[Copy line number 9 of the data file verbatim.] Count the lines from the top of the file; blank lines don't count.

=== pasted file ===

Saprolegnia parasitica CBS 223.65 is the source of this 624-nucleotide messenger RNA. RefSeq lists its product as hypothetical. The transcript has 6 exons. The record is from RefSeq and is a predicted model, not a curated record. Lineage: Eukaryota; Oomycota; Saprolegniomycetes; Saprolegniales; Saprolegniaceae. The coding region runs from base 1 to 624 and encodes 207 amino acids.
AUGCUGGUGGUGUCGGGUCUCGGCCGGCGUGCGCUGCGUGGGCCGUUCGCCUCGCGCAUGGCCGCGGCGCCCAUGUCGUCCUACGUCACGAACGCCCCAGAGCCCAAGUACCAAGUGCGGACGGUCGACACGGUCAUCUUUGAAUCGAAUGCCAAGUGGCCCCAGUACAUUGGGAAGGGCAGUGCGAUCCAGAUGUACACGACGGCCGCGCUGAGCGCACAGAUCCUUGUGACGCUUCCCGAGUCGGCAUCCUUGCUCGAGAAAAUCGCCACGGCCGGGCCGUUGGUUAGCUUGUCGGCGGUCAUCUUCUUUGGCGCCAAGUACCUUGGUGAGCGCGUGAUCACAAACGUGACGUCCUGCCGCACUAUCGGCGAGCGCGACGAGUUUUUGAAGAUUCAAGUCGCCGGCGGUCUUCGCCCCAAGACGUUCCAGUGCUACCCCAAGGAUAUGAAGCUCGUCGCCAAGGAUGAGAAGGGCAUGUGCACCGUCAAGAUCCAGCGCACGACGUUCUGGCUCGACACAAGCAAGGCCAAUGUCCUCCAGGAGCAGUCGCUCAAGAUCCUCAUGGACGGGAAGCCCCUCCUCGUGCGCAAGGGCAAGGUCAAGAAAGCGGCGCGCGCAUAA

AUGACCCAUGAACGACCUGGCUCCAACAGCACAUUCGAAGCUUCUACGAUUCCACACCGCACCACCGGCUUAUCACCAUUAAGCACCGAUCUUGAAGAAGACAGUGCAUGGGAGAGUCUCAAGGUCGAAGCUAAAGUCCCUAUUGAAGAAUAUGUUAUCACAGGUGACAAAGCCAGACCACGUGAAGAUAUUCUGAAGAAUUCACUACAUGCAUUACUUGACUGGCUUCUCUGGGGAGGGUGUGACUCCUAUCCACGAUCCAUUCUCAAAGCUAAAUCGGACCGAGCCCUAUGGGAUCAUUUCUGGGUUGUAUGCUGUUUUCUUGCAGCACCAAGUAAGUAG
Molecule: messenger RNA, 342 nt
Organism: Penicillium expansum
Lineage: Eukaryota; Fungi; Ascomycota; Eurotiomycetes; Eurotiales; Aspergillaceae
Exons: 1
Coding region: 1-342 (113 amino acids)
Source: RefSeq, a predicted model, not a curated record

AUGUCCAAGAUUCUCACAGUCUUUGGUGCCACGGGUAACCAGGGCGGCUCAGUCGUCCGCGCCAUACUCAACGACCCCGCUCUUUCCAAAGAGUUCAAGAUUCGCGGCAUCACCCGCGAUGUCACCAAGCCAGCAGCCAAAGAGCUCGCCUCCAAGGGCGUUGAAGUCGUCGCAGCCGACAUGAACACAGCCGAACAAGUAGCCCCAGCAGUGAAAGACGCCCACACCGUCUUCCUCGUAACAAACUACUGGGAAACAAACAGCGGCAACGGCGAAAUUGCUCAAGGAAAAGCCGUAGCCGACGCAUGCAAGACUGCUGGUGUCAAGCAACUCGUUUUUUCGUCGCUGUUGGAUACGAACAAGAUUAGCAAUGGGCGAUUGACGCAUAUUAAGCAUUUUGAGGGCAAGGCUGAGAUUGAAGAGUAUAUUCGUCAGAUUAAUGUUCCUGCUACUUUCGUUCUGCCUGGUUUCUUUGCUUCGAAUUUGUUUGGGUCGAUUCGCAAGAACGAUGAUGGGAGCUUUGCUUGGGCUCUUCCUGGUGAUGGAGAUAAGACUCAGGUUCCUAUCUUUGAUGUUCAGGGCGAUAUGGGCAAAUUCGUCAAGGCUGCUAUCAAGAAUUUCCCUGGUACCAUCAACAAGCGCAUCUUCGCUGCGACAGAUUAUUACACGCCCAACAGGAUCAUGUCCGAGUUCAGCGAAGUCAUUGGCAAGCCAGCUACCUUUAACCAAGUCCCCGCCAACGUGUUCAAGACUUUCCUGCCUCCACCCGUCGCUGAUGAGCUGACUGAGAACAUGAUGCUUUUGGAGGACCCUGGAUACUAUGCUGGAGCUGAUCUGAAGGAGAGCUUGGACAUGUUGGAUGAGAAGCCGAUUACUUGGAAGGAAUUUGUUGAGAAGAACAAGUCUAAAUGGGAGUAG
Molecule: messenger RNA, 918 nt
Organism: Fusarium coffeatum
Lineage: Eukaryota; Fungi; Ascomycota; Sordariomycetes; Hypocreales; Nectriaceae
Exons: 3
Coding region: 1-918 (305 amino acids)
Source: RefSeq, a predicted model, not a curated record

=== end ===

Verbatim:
Source: RefSeq, a predicted model, not a curated record